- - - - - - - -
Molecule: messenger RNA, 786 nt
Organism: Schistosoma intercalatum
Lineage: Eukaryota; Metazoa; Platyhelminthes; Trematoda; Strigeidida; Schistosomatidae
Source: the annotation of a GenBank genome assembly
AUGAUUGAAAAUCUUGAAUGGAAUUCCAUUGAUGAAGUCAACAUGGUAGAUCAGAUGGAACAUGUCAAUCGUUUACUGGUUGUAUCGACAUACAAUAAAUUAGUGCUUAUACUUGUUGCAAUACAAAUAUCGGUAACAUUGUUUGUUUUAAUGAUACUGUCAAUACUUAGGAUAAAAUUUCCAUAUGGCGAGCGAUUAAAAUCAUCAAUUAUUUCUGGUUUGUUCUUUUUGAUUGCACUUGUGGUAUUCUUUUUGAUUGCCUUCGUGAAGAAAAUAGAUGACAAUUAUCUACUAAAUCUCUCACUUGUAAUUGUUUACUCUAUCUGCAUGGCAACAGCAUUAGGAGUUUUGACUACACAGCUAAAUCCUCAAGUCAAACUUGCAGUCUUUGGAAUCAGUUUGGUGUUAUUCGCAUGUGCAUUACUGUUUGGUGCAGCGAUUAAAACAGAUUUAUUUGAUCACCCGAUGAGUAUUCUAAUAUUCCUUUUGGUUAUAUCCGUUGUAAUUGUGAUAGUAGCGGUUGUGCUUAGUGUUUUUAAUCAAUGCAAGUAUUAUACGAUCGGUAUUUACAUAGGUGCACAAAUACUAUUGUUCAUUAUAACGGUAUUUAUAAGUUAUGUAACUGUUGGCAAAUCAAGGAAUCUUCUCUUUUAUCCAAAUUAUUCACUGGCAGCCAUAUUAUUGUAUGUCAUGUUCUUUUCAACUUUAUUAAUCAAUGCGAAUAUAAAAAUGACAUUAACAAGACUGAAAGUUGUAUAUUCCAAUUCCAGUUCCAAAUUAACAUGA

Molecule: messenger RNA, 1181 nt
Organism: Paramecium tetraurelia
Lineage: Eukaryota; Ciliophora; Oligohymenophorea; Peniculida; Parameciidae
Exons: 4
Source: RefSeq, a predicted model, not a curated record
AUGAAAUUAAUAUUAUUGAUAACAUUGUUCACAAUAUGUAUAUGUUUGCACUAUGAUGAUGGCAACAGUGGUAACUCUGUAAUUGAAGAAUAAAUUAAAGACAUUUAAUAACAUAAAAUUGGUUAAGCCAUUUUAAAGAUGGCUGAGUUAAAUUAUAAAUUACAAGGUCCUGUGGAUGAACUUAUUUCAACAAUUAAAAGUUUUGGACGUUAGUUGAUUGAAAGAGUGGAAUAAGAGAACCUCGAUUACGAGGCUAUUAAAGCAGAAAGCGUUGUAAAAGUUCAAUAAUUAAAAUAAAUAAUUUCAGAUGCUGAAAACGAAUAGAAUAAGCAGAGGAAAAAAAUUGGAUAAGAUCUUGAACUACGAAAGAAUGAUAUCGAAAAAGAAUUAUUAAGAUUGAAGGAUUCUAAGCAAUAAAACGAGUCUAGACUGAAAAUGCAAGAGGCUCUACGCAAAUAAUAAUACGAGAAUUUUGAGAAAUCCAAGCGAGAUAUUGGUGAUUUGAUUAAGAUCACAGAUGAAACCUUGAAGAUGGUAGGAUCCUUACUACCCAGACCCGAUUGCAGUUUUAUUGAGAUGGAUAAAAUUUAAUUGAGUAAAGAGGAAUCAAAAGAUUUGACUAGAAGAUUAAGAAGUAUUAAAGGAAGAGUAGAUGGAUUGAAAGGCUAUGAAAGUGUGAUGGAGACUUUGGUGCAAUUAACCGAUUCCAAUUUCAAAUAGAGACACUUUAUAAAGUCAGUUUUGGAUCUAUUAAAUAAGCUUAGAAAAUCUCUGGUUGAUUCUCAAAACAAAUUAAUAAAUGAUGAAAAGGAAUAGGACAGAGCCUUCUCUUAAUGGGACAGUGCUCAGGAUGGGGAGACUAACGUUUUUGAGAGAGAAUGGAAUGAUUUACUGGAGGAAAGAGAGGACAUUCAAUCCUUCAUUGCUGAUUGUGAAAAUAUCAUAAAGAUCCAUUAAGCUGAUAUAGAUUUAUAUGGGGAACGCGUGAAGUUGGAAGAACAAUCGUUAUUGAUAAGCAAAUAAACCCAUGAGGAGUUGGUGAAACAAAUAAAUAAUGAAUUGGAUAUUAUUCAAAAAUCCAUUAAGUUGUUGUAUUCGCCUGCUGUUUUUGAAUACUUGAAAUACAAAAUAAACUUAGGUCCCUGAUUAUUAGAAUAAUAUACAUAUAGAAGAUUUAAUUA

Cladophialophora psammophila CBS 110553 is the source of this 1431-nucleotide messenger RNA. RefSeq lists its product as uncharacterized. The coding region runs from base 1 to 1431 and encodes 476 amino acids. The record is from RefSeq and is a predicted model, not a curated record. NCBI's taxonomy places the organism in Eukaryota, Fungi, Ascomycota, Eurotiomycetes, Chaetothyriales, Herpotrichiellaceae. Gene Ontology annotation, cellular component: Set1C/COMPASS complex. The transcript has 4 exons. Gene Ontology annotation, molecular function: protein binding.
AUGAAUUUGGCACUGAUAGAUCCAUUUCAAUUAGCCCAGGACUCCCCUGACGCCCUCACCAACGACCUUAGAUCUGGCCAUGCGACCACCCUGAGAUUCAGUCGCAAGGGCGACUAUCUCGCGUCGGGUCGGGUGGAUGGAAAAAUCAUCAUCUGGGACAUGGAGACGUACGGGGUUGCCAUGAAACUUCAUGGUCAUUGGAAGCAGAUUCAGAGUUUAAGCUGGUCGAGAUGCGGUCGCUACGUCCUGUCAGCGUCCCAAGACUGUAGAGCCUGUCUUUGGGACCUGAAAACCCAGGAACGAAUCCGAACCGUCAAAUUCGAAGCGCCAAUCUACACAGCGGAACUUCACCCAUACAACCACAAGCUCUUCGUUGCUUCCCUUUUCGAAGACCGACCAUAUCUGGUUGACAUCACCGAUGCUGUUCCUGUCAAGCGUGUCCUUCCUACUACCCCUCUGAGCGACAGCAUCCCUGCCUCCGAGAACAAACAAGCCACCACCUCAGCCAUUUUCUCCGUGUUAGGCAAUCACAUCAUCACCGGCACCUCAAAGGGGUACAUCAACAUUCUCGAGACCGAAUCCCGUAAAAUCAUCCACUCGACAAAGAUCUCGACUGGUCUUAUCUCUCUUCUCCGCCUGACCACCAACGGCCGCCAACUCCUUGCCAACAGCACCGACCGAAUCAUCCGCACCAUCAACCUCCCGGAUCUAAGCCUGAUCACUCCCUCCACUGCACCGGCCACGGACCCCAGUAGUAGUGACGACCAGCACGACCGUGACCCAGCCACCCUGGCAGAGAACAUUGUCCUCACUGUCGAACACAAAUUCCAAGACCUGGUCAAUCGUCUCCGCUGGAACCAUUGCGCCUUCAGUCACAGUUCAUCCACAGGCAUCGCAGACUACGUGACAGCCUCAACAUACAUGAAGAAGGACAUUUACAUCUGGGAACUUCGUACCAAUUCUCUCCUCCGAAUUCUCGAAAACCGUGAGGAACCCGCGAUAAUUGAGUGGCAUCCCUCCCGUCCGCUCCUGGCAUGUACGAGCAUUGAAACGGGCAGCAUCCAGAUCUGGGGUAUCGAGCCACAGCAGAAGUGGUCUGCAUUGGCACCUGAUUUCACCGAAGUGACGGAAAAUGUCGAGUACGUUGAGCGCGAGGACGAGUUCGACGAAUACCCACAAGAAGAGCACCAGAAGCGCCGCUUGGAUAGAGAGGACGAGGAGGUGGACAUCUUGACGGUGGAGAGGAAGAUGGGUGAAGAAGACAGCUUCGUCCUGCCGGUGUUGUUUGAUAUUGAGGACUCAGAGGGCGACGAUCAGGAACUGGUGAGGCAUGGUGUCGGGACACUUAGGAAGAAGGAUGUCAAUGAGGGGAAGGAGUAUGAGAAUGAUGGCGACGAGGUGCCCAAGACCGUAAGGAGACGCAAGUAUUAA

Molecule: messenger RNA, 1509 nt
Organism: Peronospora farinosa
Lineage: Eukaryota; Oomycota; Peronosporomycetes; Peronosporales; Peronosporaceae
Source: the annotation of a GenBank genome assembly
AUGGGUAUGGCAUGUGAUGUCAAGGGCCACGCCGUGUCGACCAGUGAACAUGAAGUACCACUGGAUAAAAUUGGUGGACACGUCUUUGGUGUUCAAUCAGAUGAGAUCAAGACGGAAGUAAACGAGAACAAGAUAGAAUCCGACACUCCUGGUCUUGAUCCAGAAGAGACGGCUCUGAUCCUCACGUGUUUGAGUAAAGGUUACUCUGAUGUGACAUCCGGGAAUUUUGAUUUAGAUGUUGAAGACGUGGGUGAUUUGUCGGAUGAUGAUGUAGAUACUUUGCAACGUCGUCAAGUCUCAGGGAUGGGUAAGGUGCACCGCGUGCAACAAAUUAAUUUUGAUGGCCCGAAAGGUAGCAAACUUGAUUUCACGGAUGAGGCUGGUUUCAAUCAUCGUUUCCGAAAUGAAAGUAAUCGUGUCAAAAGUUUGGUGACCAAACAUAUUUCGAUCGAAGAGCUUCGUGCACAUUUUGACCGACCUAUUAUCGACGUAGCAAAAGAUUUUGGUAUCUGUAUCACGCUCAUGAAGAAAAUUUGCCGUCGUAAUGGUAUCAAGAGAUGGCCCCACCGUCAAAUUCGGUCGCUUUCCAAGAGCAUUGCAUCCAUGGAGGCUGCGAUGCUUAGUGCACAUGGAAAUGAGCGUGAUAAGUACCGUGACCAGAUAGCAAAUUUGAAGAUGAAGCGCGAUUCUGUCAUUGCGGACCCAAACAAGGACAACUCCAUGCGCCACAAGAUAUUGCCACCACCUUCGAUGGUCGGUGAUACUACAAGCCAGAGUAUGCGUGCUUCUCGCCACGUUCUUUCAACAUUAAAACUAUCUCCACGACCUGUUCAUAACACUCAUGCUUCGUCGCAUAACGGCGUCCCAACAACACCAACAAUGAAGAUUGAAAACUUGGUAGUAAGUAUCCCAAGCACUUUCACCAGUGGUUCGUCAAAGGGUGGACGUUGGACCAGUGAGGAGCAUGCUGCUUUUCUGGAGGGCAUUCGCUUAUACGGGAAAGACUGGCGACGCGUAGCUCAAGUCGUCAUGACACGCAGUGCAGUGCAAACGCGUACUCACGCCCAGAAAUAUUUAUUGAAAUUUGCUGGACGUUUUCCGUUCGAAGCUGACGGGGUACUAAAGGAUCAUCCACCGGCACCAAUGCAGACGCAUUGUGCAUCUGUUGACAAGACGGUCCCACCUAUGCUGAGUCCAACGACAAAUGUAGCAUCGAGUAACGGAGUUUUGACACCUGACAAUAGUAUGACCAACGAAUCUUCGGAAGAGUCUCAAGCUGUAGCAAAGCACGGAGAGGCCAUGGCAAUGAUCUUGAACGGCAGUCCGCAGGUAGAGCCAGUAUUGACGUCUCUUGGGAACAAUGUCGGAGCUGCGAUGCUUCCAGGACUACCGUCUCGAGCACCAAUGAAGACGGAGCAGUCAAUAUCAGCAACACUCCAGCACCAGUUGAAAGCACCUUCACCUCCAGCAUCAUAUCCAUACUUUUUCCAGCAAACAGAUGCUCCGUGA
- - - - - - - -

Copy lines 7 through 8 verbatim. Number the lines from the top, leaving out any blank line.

Organism: Paramecium tetraurelia
Lineage: Eukaryota; Ciliophora; Oligohymenophorea; Peniculida; Parameciidae